Red Velvet Smith Island Cake

Red Velvet Smith Island Cake gives regular Smith Island Cake a colorful makeover, swirled white chocolate frosting, and festive candy ornament toppers.  

Red Velvet Smith Island Cake

I’ve had Smith Island Cake on my baking bucket list for perhaps five years or more. That’s a long time! I’ve just never found the right moment or the right inspiration, until now. A ready-made red velvet version caught my eye on the Smith Island Baking Company’s website. My southern heart was instantly smitten. I wanted to make my own version because it was so beautiful, and because I want to celebrate Christmas in a BIG way. We’ve all had quite a year and I think we deserve some happiness a dozen layers high!

This is a Maryland tradition, usually made with 8 to12 yellow cake layers and chocolate frosting. In my search for a recipe, I happened upon the Maryland Office of Tourism site, which offered an authentic yellow and chocolate Smith Island Cake recipe. I used what good sense I gleaned from my red velvet-making days, and altered the recipe to a ruby hue with tangy buttermilk flavor.

Make all those layers.

I would call this cake eggy. With five large, whole eggs in the batter, it helps the thin layers hold together. As I’ve mentioned, a Smith Island Cake has between 8-12 layers. And my batter yielded 11 in my 8-inch cake pans. 

Because I have four 8-inch cake pans that all fit on one rack in my oven, the cake baking went quickly. The layers only bake for 8 minutes, and aside from washing and re-greasing pans, it all went by fast. Total time will vary according to your tools and equipment. If you’re not inclined to expand your 8-inch pan collection permanently, consider getting some disposable 8-inch aluminum cake pans, which can be recycled after you’re done.

Red Velvet Smith Island Cake

Putting it all together.

It almost felt wrong to not cover this cake with cream cheese frosting, but all those layers need structure, and that’s not what cream cheese frosting is about. The white chocolate frosting I used is tasty and held all the layers well. It keeps with the chocolate component that the original cake has as its covering.

I also really love using Swiss meringue buttercream on this cake. And I make this cake both ways. If I have a huge crowd to feed, then the sweet white chocolate buttercream is the way to go. Because it is sweeter than Swiss meringue buttercream, servings are cut smaller. However, if I have less people to serve, the less sweet Swiss meringue buttercream is my preference. You’ll find my Swiss meringue buttercream recipe in the notes of the recipe card.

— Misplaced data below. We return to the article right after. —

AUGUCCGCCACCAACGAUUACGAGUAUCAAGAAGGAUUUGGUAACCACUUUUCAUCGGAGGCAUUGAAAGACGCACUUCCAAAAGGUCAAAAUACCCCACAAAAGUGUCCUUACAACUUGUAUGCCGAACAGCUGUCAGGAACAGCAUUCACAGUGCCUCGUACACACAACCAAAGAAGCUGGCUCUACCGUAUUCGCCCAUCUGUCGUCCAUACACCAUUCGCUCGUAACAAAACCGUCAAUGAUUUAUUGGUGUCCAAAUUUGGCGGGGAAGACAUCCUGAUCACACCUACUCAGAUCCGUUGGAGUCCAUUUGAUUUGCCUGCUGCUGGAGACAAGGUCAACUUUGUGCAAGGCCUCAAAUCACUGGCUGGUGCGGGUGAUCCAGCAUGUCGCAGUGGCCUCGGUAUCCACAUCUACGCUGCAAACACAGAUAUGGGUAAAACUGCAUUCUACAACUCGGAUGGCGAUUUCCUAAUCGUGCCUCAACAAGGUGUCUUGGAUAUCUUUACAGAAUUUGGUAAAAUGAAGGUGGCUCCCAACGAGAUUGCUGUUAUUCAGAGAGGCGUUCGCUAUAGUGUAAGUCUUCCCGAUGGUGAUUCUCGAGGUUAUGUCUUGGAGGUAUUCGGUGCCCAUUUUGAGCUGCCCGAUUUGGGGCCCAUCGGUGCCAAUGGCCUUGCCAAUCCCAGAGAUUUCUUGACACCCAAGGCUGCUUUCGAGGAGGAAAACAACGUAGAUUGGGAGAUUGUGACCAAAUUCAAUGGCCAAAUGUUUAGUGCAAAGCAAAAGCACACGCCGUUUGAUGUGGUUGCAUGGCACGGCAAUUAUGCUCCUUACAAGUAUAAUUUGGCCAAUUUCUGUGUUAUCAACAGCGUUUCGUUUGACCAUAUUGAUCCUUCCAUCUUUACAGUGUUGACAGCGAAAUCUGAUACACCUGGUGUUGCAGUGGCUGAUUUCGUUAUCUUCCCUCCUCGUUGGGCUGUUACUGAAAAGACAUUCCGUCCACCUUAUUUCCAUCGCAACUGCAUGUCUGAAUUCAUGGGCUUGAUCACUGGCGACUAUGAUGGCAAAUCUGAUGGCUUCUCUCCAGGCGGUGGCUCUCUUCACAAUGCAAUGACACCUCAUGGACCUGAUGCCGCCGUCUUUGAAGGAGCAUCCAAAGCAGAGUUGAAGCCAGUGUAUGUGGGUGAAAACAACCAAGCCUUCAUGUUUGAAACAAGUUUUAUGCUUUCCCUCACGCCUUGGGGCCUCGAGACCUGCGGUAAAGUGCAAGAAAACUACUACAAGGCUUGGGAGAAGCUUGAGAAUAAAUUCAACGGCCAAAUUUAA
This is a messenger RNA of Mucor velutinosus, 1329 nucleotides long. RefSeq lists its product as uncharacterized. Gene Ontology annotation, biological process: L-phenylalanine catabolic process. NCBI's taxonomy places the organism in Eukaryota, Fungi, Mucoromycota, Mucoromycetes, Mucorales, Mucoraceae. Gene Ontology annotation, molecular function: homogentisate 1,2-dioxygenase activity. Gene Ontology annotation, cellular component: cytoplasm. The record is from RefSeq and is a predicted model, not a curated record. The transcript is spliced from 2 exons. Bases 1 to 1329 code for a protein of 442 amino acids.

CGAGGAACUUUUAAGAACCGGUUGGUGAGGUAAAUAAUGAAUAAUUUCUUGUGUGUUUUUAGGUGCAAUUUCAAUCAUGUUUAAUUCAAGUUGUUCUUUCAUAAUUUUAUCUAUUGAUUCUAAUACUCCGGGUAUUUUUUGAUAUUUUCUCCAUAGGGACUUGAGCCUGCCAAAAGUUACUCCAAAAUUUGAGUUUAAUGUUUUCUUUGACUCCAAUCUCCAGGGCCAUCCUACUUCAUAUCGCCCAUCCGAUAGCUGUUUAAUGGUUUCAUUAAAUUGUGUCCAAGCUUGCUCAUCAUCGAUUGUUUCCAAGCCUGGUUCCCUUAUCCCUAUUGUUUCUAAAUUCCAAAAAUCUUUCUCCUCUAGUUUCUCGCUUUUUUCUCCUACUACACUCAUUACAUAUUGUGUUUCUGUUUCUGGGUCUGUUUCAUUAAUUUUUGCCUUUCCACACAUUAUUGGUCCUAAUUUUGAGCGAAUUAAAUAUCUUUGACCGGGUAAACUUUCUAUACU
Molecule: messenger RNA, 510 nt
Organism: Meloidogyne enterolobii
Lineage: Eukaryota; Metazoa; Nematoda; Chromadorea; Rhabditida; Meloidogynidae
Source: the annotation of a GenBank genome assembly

Red Velvet Smith Island Cake
Smith Island Red Velvet Cake

Sparkle, sparkle! This cake deserved something a little flashy, so I decided to whip up some candy ornaments with lots of bling!

Edible ornaments.

If you plan to make the toppers, you’ll need some sphere molds. This set has all the sizes needed. They’re not hard to make, and I think the extra effort is worth it. These are cast with red candy melts and covered with piping gel (or corn syrup) and nontoxic red disco dust.

I fashioned some ornament hangers using gum paste. The loops on the small ornaments are made with beads from a candy necklace. 

Red Velvet Smith Island Cake

White chocolate shavings make the top of this cake look snowy, and it also repeats the flavor of the frosting.

Red Velvet Smith Island Cake

So many layers!

Red Velvet Smith Island Cake

This cake is rather frosting-forward, since the ratio to cake is about 50/50, so if you like buttercream you’ll love this cake! It’s sweet with a discernable buttermilk tang from the cake layers, and just a notion of cocoa in there, somewhere. 

Related recipe: Classic Red Velvet Cupcakes

Red Velvet Smith Island Cake

Heather Baird
Smith Island Cake gets a holiday makeover with layers of red velvet, swirled white chocolate frosting, and festive candy ornament toppers.
If you love confectioners' buttercream, you'll love this cake, as the ratio is about 50-50 to the spongy cake layers. My family loves this cake as-is, but sometimes I make a less sweet version using Swiss meringue buttercream. You can find my recipe for Swiss meringue buttercream in the notes of this recipe.
4.34 from 3 votes
Prep Time 1 hour 30 minutes
Cook Time 30 minutes
20 minutes setting time 20 minutes
Total Time 2 hours 20 minutes
Course Dessert
Cuisine American
Servings 16


  • Silicone half sphere mold 3"
  • 8-inch cake pans


Cake layers

  • Flour-based baking spray for the pans
  • 2 cups granulated sugar
  • 1 cup unsalted butter at room temperature
  • 5 large eggs
  • 2 1/2 cups all-purpose flour
  • 1/2 cup unsweet cocoa powder (not dark)
  • 1/2 teaspoon fine grain salt
  • 1 1/4 teaspoons baking powder
  • 2 cups full fat buttermilk, well shaken before measuring